Irreversible localized or diffuse bronchial dilatation,usually resulting from chronic infection, proximal airway obstruction, or congenital bronchial abnormality. Radiographs and CT :Signet ring sign, lack of tapering of bronchi, and identification of bronchi within 1 cm of the pleural surface. Cylindric, varicose, or cystic, depending on the appearance of the affected bronchi. Often accompanied by bronchial wall thickening, mucoid impaction, and small-airways abnormalities. May mimic cystic lung disease and bullous emphysema. Bronchiectasis caused by primary airway disease should be differentiated from tracion bronchiectasis as a result of fibrosis.
Small cystic spaces with irregularly thickened walls composed of fibrous tissue. Peripheral and subpleural lung regions regardless of the cause. Subpleural several contiguous layers. Distinguished from paraseptal emphysema in which subpleural cysts usually occur in a single layer.
Pathology.—Honeycombing represents destroyed and fibrotic lung tissue containing numerous cystic airspaces with thick fibrous walls, representing the late stage of various lung diseases, with complete loss of acinar architecture. The cysts range in size from a few millimeters to several centimeters in diameter, have variable wall thickness, and are lined by metaplastic bronchiolar epithelium. Chest radiographs : closely approximated ring shadows, typically 3–10 mm in diameter with walls 1–3 mm in thickness, that resemble a honeycomb; the finding implies end-stage lung disease. CT : the appearance is of clustered cystic air spaces, typically of comparable diameters on the order of 3–10 mm but occasionally as large as 2.5 cm. Honeycombing is usually subpleural and is characterized by well-defined walls. It is a CT feature of established pulmonary fibrosis.Because honeycombing is often considered specific for pulmonary fibrosis and is an important criterion in the diagnosis of usual interstitial pneumonia, the term should be used with care, as it may directly impact patient care.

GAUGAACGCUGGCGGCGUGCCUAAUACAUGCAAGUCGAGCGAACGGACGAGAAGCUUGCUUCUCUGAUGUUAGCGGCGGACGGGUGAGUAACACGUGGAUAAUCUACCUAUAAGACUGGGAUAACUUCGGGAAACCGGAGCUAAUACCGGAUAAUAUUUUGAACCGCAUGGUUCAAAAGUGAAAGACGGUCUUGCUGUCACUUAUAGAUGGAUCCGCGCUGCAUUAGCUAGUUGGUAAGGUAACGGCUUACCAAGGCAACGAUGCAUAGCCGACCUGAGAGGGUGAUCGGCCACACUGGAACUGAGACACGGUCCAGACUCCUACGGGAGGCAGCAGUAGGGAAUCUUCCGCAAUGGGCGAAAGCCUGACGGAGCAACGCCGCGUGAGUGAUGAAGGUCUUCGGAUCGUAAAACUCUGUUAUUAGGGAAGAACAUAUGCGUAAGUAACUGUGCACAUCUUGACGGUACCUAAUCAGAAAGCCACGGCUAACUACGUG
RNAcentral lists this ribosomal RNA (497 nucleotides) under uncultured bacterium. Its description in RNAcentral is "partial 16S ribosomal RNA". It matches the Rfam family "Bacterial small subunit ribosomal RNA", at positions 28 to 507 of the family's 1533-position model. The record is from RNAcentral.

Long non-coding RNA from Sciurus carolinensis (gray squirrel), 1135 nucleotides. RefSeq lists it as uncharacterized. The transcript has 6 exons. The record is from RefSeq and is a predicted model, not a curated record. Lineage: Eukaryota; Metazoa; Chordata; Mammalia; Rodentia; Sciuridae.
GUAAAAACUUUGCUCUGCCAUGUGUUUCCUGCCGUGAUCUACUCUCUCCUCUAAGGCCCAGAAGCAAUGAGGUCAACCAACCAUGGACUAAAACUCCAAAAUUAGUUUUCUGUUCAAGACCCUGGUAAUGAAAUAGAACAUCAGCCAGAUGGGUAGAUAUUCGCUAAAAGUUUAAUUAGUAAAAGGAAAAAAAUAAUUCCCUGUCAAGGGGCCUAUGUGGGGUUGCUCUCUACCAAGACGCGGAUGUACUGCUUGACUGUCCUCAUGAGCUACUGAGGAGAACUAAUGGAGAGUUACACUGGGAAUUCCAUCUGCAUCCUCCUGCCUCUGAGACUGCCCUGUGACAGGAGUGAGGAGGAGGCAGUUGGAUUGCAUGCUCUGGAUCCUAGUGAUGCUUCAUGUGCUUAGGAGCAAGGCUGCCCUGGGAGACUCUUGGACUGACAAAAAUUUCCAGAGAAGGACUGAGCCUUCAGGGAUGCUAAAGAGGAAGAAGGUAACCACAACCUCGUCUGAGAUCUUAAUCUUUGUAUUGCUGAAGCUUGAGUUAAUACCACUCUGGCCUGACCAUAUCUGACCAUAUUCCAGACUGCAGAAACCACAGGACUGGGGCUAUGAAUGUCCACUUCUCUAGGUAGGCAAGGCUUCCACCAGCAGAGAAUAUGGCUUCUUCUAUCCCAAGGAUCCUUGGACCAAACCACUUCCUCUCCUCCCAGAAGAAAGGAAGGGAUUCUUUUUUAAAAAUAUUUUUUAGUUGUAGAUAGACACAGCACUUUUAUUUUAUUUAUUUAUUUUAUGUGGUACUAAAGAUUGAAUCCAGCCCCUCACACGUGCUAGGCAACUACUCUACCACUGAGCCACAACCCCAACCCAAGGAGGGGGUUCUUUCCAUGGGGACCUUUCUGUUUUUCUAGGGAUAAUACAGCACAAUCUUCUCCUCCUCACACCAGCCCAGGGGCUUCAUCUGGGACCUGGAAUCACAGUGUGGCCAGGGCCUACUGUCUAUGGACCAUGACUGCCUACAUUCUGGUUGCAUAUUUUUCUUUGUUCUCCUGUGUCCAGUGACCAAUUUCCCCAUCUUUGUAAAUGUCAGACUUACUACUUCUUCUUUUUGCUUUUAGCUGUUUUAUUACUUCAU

Upper zone Sarcoid Silicosis Coalworkers Pneumoconiose Centrilobular Emphysema Langerhans Cell Histiocytosis Chron. Hypersens. Pneumonitis Lower Zone Edema Panlobular Emphysema UIP in: IPF * Collagen-vascular disease * Asbestosis Upper vs Lower zone
Central zone Sarcoid Bronchitis Pulmonary Edema Peripheral Zone COP/OP Chronic Eosinophilic Pneumonia Hematogenous Metastases UIP in: * IPF * Collagen - Vascular Disease * Asbestosis Central vs. Peripheral zone
Pleural effusion is seen in: 1. Pulmonary edema 2. Lymphangitic spread of carcinoma - often unilateral 3. Tuberculosis 4. Lymphangiomyomatosis (LAM) 5. Asbestosis
In sarcoidosis the common pattern is right paratracheal and bilateral hilar adenopathy ('1-2-3-sign'). In lung carcinoma and lymphangitic carcinomatosis adenopathy is usually unilateral. 'Eggshell calcification' in lymph nodes commonly occurs in patients with silicosis and coal-worker's pneumoconiosis and is sometimes seen in sarcoidosis, postirradiation Hodgkin disease, blastomycosis and scleroderma.
Know anatomy of secondary pulmonary lobule Identify Pattern: Reticular,Nodular, High Attenuation, Low Attenuation Distribution Additional Findings
1.http://www.radiologyassistant.nl/en/42d94cd0c326b Accessed 2/3/2012 HRCT part I &2 Robin Smithuis, Otto van Delden and Cornelia Schaefer- Prokop Radiology Department of the Rijnland Hospital, Leiderdorp and the Academical Medical Centre, Amsterdam, the Netherlands 2.Diffuse Nodular Lung Disease – A Differential Alogrith:Naidich - MDCT Congress, Sandton,RSA. 16/08/ March 2008 Radiology, 246, Fleischner Society: Glossary of Terms for Thoracic Imaging